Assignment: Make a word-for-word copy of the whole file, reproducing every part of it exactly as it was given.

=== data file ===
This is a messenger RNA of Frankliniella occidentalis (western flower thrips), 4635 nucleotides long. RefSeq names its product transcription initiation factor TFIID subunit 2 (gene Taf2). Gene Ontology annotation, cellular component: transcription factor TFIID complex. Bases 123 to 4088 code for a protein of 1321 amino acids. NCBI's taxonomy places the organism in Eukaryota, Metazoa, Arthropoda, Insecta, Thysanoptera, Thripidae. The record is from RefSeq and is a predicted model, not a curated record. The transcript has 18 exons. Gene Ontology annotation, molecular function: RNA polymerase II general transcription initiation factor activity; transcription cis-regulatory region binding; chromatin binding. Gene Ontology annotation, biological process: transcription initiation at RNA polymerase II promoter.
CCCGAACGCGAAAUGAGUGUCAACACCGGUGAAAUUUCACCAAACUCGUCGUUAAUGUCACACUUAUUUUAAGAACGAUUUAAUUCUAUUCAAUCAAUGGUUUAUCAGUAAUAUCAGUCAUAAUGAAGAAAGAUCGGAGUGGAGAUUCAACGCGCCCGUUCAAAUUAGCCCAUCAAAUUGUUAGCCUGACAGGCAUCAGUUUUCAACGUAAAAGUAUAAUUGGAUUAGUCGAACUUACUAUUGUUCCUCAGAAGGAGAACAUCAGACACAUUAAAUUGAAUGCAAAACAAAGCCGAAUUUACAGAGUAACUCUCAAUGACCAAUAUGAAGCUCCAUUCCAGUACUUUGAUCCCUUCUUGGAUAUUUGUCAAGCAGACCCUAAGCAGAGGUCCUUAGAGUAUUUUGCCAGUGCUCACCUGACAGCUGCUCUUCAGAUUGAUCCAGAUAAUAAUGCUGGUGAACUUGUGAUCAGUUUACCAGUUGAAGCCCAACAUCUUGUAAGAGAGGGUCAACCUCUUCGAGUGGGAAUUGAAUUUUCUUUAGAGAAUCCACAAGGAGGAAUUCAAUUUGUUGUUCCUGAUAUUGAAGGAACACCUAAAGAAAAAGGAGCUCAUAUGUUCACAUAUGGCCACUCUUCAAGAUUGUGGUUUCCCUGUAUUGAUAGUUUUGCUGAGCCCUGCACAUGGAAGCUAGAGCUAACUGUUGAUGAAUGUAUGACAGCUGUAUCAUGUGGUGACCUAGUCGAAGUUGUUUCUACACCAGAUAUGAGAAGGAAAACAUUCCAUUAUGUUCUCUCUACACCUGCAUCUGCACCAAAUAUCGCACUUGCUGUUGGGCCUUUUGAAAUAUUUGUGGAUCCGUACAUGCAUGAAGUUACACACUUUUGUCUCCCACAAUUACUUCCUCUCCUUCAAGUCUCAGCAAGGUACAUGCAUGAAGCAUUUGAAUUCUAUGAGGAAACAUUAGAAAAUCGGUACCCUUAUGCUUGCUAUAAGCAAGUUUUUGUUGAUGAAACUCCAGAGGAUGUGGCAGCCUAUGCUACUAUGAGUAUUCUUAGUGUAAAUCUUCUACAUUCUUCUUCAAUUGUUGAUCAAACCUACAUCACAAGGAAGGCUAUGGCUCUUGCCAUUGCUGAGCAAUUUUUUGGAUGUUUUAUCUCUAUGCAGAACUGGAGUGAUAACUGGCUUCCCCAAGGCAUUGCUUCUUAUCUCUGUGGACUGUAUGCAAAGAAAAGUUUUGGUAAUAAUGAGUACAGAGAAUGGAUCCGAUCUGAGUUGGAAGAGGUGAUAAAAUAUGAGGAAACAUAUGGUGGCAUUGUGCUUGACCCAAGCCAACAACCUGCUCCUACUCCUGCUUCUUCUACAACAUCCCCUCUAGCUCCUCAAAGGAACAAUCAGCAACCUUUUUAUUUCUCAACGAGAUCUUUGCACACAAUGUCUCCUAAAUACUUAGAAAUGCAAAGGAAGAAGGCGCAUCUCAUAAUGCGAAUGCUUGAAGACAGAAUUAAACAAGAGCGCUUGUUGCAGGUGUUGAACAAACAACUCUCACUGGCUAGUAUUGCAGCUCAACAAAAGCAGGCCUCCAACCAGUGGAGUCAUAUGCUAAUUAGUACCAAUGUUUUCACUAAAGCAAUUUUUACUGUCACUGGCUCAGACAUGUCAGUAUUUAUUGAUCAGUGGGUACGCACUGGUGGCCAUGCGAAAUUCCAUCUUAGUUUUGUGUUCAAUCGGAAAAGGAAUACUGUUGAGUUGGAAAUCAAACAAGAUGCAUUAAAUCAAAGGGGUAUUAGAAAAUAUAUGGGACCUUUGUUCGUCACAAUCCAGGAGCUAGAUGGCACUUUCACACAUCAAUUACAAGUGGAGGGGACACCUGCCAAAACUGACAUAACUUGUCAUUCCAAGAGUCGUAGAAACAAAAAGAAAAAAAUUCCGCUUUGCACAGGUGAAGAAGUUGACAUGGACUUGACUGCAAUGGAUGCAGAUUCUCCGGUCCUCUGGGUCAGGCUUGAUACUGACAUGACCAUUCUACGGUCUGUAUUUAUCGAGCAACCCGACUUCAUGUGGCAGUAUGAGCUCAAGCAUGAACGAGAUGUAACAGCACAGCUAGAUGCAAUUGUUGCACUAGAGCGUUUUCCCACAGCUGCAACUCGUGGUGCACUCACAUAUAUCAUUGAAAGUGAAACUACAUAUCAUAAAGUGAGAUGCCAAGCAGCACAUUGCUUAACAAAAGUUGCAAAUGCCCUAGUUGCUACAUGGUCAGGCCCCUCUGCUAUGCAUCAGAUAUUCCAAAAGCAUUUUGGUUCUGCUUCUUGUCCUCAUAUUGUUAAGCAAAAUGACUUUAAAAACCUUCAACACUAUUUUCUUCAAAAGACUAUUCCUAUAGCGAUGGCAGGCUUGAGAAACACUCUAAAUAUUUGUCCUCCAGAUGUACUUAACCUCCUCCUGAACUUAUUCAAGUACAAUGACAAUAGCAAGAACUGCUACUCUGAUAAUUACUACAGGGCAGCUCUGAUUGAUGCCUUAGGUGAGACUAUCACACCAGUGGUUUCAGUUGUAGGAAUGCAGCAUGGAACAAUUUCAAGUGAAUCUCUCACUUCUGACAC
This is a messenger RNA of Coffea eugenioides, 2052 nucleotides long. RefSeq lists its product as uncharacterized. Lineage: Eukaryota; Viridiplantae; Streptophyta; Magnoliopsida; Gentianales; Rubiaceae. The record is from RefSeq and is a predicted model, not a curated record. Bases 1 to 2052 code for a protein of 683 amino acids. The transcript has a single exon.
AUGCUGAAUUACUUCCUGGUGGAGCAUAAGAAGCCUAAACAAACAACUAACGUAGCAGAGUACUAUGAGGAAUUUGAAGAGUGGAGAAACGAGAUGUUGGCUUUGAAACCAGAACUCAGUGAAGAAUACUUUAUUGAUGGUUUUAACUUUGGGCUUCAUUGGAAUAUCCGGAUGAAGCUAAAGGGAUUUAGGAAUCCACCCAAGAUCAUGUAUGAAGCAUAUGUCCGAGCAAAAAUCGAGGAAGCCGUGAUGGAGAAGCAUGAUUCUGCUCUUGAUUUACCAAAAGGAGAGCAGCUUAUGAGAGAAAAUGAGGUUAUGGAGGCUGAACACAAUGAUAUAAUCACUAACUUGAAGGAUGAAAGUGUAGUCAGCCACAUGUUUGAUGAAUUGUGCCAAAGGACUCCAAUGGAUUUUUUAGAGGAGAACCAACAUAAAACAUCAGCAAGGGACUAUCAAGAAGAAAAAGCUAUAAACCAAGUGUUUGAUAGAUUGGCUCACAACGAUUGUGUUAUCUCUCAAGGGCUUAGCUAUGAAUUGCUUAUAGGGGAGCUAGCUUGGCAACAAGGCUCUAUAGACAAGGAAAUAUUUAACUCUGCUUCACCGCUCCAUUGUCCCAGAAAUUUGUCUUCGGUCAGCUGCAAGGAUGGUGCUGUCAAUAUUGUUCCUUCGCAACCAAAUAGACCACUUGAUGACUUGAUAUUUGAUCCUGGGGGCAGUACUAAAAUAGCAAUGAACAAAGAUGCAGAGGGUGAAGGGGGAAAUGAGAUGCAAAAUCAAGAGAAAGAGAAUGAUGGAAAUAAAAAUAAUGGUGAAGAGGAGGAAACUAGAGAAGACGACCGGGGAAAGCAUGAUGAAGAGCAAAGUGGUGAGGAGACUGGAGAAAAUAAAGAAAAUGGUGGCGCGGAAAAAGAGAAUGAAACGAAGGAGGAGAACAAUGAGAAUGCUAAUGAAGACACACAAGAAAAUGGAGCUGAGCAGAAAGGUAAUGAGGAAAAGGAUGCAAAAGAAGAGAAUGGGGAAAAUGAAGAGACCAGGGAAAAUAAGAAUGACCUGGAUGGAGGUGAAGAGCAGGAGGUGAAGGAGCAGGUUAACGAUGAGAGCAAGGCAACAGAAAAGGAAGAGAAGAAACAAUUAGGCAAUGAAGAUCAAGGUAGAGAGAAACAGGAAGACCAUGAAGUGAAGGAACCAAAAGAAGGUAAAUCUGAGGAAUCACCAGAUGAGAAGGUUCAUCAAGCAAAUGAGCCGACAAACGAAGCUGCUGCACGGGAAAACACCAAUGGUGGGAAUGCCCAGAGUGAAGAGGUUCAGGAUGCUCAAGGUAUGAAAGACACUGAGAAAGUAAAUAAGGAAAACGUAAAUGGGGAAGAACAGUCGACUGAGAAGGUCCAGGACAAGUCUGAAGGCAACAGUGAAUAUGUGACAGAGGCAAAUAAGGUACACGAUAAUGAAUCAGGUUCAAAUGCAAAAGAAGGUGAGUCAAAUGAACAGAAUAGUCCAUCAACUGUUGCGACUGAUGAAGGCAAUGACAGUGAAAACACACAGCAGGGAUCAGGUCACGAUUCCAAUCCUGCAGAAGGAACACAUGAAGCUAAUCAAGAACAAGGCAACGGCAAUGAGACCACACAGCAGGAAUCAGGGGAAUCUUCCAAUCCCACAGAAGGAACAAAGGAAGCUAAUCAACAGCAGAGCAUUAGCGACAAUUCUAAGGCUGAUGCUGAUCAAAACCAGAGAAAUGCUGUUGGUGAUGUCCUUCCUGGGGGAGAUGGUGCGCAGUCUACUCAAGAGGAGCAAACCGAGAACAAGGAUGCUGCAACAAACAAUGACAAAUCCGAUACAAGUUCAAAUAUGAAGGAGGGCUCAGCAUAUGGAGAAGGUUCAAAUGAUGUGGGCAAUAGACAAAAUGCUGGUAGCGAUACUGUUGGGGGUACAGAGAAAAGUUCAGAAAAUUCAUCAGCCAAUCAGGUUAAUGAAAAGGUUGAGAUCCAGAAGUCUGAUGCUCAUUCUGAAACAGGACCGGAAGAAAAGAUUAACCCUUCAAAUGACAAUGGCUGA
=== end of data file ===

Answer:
This is a messenger RNA of Frankliniella occidentalis (western flower thrips), 4635 nucleotides long. RefSeq names its product transcription initiation factor TFIID subunit 2 (gene Taf2). Gene Ontology annotation, cellular component: transcription factor TFIID complex. Bases 123 to 4088 code for a protein of 1321 amino acids. NCBI's taxonomy places the organism in Eukaryota, Metazoa, Arthropoda, Insecta, Thysanoptera, Thripidae. The record is from RefSeq and is a predicted model, not a curated record. The transcript has 18 exons. Gene Ontology annotation, molecular function: RNA polymerase II general transcription initiation factor activity; transcription cis-regulatory region binding; chromatin binding. Gene Ontology annotation, biological process: transcription initiation at RNA polymerase II promoter.
CCCGAACGCGAAAUGAGUGUCAACACCGGUGAAAUUUCACCAAACUCGUCGUUAAUGUCACACUUAUUUUAAGAACGAUUUAAUUCUAUUCAAUCAAUGGUUUAUCAGUAAUAUCAGUCAUAAUGAAGAAAGAUCGGAGUGGAGAUUCAACGCGCCCGUUCAAAUUAGCCCAUCAAAUUGUUAGCCUGACAGGCAUCAGUUUUCAACGUAAAAGUAUAAUUGGAUUAGUCGAACUUACUAUUGUUCCUCAGAAGGAGAACAUCAGACACAUUAAAUUGAAUGCAAAACAAAGCCGAAUUUACAGAGUAACUCUCAAUGACCAAUAUGAAGCUCCAUUCCAGUACUUUGAUCCCUUCUUGGAUAUUUGUCAAGCAGACCCUAAGCAGAGGUCCUUAGAGUAUUUUGCCAGUGCUCACCUGACAGCUGCUCUUCAGAUUGAUCCAGAUAAUAAUGCUGGUGAACUUGUGAUCAGUUUACCAGUUGAAGCCCAACAUCUUGUAAGAGAGGGUCAACCUCUUCGAGUGGGAAUUGAAUUUUCUUUAGAGAAUCCACAAGGAGGAAUUCAAUUUGUUGUUCCUGAUAUUGAAGGAACACCUAAAGAAAAAGGAGCUCAUAUGUUCACAUAUGGCCACUCUUCAAGAUUGUGGUUUCCCUGUAUUGAUAGUUUUGCUGAGCCCUGCACAUGGAAGCUAGAGCUAACUGUUGAUGAAUGUAUGACAGCUGUAUCAUGUGGUGACCUAGUCGAAGUUGUUUCUACACCAGAUAUGAGAAGGAAAACAUUCCAUUAUGUUCUCUCUACACCUGCAUCUGCACCAAAUAUCGCACUUGCUGUUGGGCCUUUUGAAAUAUUUGUGGAUCCGUACAUGCAUGAAGUUACACACUUUUGUCUCCCACAAUUACUUCCUCUCCUUCAAGUCUCAGCAAGGUACAUGCAUGAAGCAUUUGAAUUCUAUGAGGAAACAUUAGAAAAUCGGUACCCUUAUGCUUGCUAUAAGCAAGUUUUUGUUGAUGAAACUCCAGAGGAUGUGGCAGCCUAUGCUACUAUGAGUAUUCUUAGUGUAAAUCUUCUACAUUCUUCUUCAAUUGUUGAUCAAACCUACAUCACAAGGAAGGCUAUGGCUCUUGCCAUUGCUGAGCAAUUUUUUGGAUGUUUUAUCUCUAUGCAGAACUGGAGUGAUAACUGGCUUCCCCAAGGCAUUGCUUCUUAUCUCUGUGGACUGUAUGCAAAGAAAAGUUUUGGUAAUAAUGAGUACAGAGAAUGGAUCCGAUCUGAGUUGGAAGAGGUGAUAAAAUAUGAGGAAACAUAUGGUGGCAUUGUGCUUGACCCAAGCCAACAACCUGCUCCUACUCCUGCUUCUUCUACAACAUCCCCUCUAGCUCCUCAAAGGAACAAUCAGCAACCUUUUUAUUUCUCAACGAGAUCUUUGCACACAAUGUCUCCUAAAUACUUAGAAAUGCAAAGGAAGAAGGCGCAUCUCAUAAUGCGAAUGCUUGAAGACAGAAUUAAACAAGAGCGCUUGUUGCAGGUGUUGAACAAACAACUCUCACUGGCUAGUAUUGCAGCUCAACAAAAGCAGGCCUCCAACCAGUGGAGUCAUAUGCUAAUUAGUACCAAUGUUUUCACUAAAGCAAUUUUUACUGUCACUGGCUCAGACAUGUCAGUAUUUAUUGAUCAGUGGGUACGCACUGGUGGCCAUGCGAAAUUCCAUCUUAGUUUUGUGUUCAAUCGGAAAAGGAAUACUGUUGAGUUGGAAAUCAAACAAGAUGCAUUAAAUCAAAGGGGUAUUAGAAAAUAUAUGGGACCUUUGUUCGUCACAAUCCAGGAGCUAGAUGGCACUUUCACACAUCAAUUACAAGUGGAGGGGACACCUGCCAAAACUGACAUAACUUGUCAUUCCAAGAGUCGUAGAAACAAAAAGAAAAAAAUUCCGCUUUGCACAGGUGAAGAAGUUGACAUGGACUUGACUGCAAUGGAUGCAGAUUCUCCGGUCCUCUGGGUCAGGCUUGAUACUGACAUGACCAUUCUACGGUCUGUAUUUAUCGAGCAACCCGACUUCAUGUGGCAGUAUGAGCUCAAGCAUGAACGAGAUGUAACAGCACAGCUAGAUGCAAUUGUUGCACUAGAGCGUUUUCCCACAGCUGCAACUCGUGGUGCACUCACAUAUAUCAUUGAAAGUGAAACUACAUAUCAUAAAGUGAGAUGCCAAGCAGCACAUUGCUUAACAAAAGUUGCAAAUGCCCUAGUUGCUACAUGGUCAGGCCCCUCUGCUAUGCAUCAGAUAUUCCAAAAGCAUUUUGGUUCUGCUUCUUGUCCUCAUAUUGUUAAGCAAAAUGACUUUAAAAACCUUCAACACUAUUUUCUUCAAAAGACUAUUCCUAUAGCGAUGGCAGGCUUGAGAAACACUCUAAAUAUUUGUCCUCCAGAUGUACUUAACCUCCUCCUGAACUUAUUCAAGUACAAUGACAAUAGCAAGAACUGCUACUCUGAUAAUUACUACAGGGCAGCUCUGAUUGAUGCCUUAGGUGAGACUAUCACACCAGUGGUUUCAGUUGUAGGAAUGCAGCAUGGAACAAUUUCAAGUGAAUCUCUCACUUCUGACAC
This is a messenger RNA of Coffea eugenioides, 2052 nucleotides long. RefSeq lists its product as uncharacterized. Lineage: Eukaryota; Viridiplantae; Streptophyta; Magnoliopsida; Gentianales; Rubiaceae. The record is from RefSeq and is a predicted model, not a curated record. Bases 1 to 2052 code for a protein of 683 amino acids. The transcript has a single exon.
AUGCUGAAUUACUUCCUGGUGGAGCAUAAGAAGCCUAAACAAACAACUAACGUAGCAGAGUACUAUGAGGAAUUUGAAGAGUGGAGAAACGAGAUGUUGGCUUUGAAACCAGAACUCAGUGAAGAAUACUUUAUUGAUGGUUUUAACUUUGGGCUUCAUUGGAAUAUCCGGAUGAAGCUAAAGGGAUUUAGGAAUCCACCCAAGAUCAUGUAUGAAGCAUAUGUCCGAGCAAAAAUCGAGGAAGCCGUGAUGGAGAAGCAUGAUUCUGCUCUUGAUUUACCAAAAGGAGAGCAGCUUAUGAGAGAAAAUGAGGUUAUGGAGGCUGAACACAAUGAUAUAAUCACUAACUUGAAGGAUGAAAGUGUAGUCAGCCACAUGUUUGAUGAAUUGUGCCAAAGGACUCCAAUGGAUUUUUUAGAGGAGAACCAACAUAAAACAUCAGCAAGGGACUAUCAAGAAGAAAAAGCUAUAAACCAAGUGUUUGAUAGAUUGGCUCACAACGAUUGUGUUAUCUCUCAAGGGCUUAGCUAUGAAUUGCUUAUAGGGGAGCUAGCUUGGCAACAAGGCUCUAUAGACAAGGAAAUAUUUAACUCUGCUUCACCGCUCCAUUGUCCCAGAAAUUUGUCUUCGGUCAGCUGCAAGGAUGGUGCUGUCAAUAUUGUUCCUUCGCAACCAAAUAGACCACUUGAUGACUUGAUAUUUGAUCCUGGGGGCAGUACUAAAAUAGCAAUGAACAAAGAUGCAGAGGGUGAAGGGGGAAAUGAGAUGCAAAAUCAAGAGAAAGAGAAUGAUGGAAAUAAAAAUAAUGGUGAAGAGGAGGAAACUAGAGAAGACGACCGGGGAAAGCAUGAUGAAGAGCAAAGUGGUGAGGAGACUGGAGAAAAUAAAGAAAAUGGUGGCGCGGAAAAAGAGAAUGAAACGAAGGAGGAGAACAAUGAGAAUGCUAAUGAAGACACACAAGAAAAUGGAGCUGAGCAGAAAGGUAAUGAGGAAAAGGAUGCAAAAGAAGAGAAUGGGGAAAAUGAAGAGACCAGGGAAAAUAAGAAUGACCUGGAUGGAGGUGAAGAGCAGGAGGUGAAGGAGCAGGUUAACGAUGAGAGCAAGGCAACAGAAAAGGAAGAGAAGAAACAAUUAGGCAAUGAAGAUCAAGGUAGAGAGAAACAGGAAGACCAUGAAGUGAAGGAACCAAAAGAAGGUAAAUCUGAGGAAUCACCAGAUGAGAAGGUUCAUCAAGCAAAUGAGCCGACAAACGAAGCUGCUGCACGGGAAAACACCAAUGGUGGGAAUGCCCAGAGUGAAGAGGUUCAGGAUGCUCAAGGUAUGAAAGACACUGAGAAAGUAAAUAAGGAAAACGUAAAUGGGGAAGAACAGUCGACUGAGAAGGUCCAGGACAAGUCUGAAGGCAACAGUGAAUAUGUGACAGAGGCAAAUAAGGUACACGAUAAUGAAUCAGGUUCAAAUGCAAAAGAAGGUGAGUCAAAUGAACAGAAUAGUCCAUCAACUGUUGCGACUGAUGAAGGCAAUGACAGUGAAAACACACAGCAGGGAUCAGGUCACGAUUCCAAUCCUGCAGAAGGAACACAUGAAGCUAAUCAAGAACAAGGCAACGGCAAUGAGACCACACAGCAGGAAUCAGGGGAAUCUUCCAAUCCCACAGAAGGAACAAAGGAAGCUAAUCAACAGCAGAGCAUUAGCGACAAUUCUAAGGCUGAUGCUGAUCAAAACCAGAGAAAUGCUGUUGGUGAUGUCCUUCCUGGGGGAGAUGGUGCGCAGUCUACUCAAGAGGAGCAAACCGAGAACAAGGAUGCUGCAACAAACAAUGACAAAUCCGAUACAAGUUCAAAUAUGAAGGAGGGCUCAGCAUAUGGAGAAGGUUCAAAUGAUGUGGGCAAUAGACAAAAUGCUGGUAGCGAUACUGUUGGGGGUACAGAGAAAAGUUCAGAAAAUUCAUCAGCCAAUCAGGUUAAUGAAAAGGUUGAGAUCCAGAAGUCUGAUGCUCAUUCUGAAACAGGACCGGAAGAAAAGAUUAACCCUUCAAAUGACAAUGGCUGA